Two Pacific states drop Taiwan for China
Two Pacific states last week dramatically switched diplomatic allegiances from Taiwan to China, a shift with possibly wide-ranging implications writes Stephen Hoadley of the University of Auckland.
The diplomatic dealings of small Pacific islands don’t often command world attention. But recent diplomatic decisions by the governments of Solomon Islands and Kiribati may have implications in the wider Asia-Pacific and beyond. .
On September 17 the Solomon Islands formally recognised the government of the People’s Republic of China as the sole ruler of China. This entailed ‘de-recognising’ the Republic of China or Taiwan, a diplomatic partner and financial benefactor since independence in 1978. On September 20, Kiribati did the same.
These diplomatic switches are the latest episodes in an on-going rivalry between mainland China and island Taiwan, a rivalry played out not only in the Pacific region but around the world for over a half-century. Since its victory in the civil war in 1949 the Communist government in Beijing has claimed to be the sole government of China. But the Nationalist losers retreated, regrouped, and established a regime of security, prosperity and democracy on the island of Taiwan.
From that time on, the two China governments have manoeuvred against each other diplomatically, economically and occasionally militarily. Beijing has steadily gained predominance internationally. For example, it has successfully vetoed Taiwan’s membership in the United Nations General Assembly and a score of other international organisations, even non-political ones such as the World Health Organisation.
In 1972 New Zealand, joining other governments including Australia, switched recognition from Taipei to Beijing. The United States followed in 1979. In the ensuing decades Beijing progressively gained diplomatic partners at Taipei’s expense, leaving fewer than 20 small countries in the Taiwan camp, six of them Pacific islands. Now only four of those are left: Palau, Tuvalu, Nauru, and Marshall Islands.
Will the others take the road from Taipei to Beijing? The temptation is substantial. China has greater material resources than Taiwan to offer, notably aid projects, infrastructure loans and global diplomatic and trade contacts. As documented by analysts at the Lowy Institute in Sydney, in the past decade China has initiated 265 projects worth US$1.6 billion and has emerged as second only to Australia as a source of grants and loans to Pacific island countries. This trend may see China surge to the top soon.
Among Pacific rim leaders and analysts, doubts about China’s Pacific initiatives and influence are growing. These include concern about the inappropriateness and unsustainability of outsized ‘made in China’ infrastructure projects parachuted into poor tropical economies and the deepening ‘debt trap’ consequent on China’s promiscuous lending and island leaders’ undiscriminating borrowing. Further worries have emerged about China’s rumoured offer to build Navy bases in Vanuatu and Fiji. An expanding Chinese military footprint could undermine the hegemonic stability enjoyed by the Pacific region, as provided by the United States and its allies since World War II.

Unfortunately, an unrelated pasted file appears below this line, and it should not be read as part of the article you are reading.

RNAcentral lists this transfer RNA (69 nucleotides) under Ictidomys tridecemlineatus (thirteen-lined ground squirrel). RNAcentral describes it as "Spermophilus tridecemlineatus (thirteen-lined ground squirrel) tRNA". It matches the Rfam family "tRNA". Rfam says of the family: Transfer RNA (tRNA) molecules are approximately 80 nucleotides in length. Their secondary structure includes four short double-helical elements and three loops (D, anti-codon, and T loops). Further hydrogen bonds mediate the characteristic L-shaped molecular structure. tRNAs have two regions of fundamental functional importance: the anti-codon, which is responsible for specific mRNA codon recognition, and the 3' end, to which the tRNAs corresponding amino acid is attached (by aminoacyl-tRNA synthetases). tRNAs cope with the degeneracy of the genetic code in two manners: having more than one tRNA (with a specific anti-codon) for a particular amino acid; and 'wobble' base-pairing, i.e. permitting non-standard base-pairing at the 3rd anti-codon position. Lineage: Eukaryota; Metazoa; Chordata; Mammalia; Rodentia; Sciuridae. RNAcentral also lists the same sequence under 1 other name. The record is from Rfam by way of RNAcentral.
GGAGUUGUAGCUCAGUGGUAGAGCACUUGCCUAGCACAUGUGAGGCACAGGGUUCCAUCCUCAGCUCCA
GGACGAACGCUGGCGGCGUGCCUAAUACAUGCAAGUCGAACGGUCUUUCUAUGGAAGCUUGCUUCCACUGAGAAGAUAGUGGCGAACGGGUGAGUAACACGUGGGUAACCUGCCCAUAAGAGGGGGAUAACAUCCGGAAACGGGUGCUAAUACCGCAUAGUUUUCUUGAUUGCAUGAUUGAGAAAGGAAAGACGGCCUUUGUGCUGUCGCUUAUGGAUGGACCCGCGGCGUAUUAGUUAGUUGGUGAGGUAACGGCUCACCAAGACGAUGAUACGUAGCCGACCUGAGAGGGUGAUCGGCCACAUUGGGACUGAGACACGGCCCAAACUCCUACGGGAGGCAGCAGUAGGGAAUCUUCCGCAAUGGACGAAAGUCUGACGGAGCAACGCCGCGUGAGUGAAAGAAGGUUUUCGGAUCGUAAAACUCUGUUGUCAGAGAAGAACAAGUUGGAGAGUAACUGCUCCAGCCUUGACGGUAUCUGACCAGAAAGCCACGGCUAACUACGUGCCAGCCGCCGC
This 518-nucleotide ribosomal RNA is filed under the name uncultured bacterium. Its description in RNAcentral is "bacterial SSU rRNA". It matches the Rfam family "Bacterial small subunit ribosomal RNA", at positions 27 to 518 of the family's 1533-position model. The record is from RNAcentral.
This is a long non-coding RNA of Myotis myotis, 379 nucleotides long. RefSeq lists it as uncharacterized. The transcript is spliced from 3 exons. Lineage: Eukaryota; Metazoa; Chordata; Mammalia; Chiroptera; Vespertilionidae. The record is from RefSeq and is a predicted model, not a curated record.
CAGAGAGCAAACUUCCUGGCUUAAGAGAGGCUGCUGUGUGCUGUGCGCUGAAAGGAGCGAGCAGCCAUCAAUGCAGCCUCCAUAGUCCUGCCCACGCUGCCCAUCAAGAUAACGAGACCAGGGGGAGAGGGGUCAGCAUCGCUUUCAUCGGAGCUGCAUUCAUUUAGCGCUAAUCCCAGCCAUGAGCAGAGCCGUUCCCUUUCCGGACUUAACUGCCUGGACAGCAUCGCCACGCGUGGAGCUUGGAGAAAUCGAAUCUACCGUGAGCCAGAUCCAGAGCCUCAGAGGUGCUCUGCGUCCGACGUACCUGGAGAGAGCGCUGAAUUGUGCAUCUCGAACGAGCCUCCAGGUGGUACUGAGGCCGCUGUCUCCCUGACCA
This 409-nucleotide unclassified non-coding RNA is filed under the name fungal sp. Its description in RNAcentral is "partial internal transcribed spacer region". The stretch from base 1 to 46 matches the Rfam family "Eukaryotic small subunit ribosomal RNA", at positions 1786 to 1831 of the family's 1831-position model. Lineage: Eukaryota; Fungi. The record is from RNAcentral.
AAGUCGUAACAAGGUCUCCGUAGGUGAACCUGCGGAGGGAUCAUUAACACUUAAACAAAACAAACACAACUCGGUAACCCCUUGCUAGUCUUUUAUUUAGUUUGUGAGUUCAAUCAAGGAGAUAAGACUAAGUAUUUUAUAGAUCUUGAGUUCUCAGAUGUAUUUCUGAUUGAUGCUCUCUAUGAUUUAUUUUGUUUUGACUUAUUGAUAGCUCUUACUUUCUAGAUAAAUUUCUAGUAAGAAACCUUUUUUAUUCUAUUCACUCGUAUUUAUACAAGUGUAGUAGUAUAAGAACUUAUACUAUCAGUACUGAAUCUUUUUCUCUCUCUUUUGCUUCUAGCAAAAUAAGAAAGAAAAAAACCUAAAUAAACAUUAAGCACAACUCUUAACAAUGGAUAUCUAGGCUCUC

Australia has responded with its ‘Pacific step-up’ focused on Melanesia, and New Zealand has initiated the ‘Pacific reset’ with a Polynesian emphasis. The United States and its partners Japan, the European Union, and the Asian Development Bank are boosting aid to the islands of Micronesia.
But none has the foreign currency reserves or the global strategic aims increasingly deployed by China. It seems inevitable that the remaining diplomatic partners of Taiwan will be tempted to switch to China, attracted by ‘cheque-book diplomacy’ as well as to the glamour of association with a future superpower.
This does not spell the end of Taiwan’s influence. Taipei has proved adept at replacing lost formal diplomatic links with economic and cultural links. In Auckland and Wellington, for example, the Taipei Economic and Cultural Offices fly the flag of the Republic of China and lobby New Zealand officials, firms, and individuals to remind them of the value of keeping in contact with this democratic, prosperous and eco-friendly island of 22 million energetic inhabitants. These TECO offices, staffed by Ministry of Foreign Affairs officials, perform quasi-diplomatic functions such as pre-approving visa applications and looking after official, business, tourist, and student visitors from Taiwan. Reciprocally, New Zealand has a Commerce and Industry Office in Taipei that functions in a similar way, echoing a linkage found in capitals around the world.
So while Taipei has withdrawn its diplomats and aid experts from the Solomon Islands and Kiribati and sent home their students, one may anticipate these links will be re-established after a dignified interval. These links serve the interests of both sides, and as long as they do not include official recognition, they are tolerated by Beijing.
Pessimistic analysts worry that China is gaining undue diplomatic influence in the Pacific island region. But if China’s policies remain benign, and don’t include setting up military outposts such as it has done in the South China Sea, we can be cautiously optimistic and welcome China’s resources in a region that needs assistance.
Finally, New Zealand and other Pacific rim governments are not in a position to tell Pacific island leaders to refuse China’s aid and loans. The colonial era is over, Pacific leaders remind us, and they will make their own decisions, which include welcoming resources from China. We in the rim countries may have to adapt to an increasingly China-centred, geo-economic reality in the Pacific island region.
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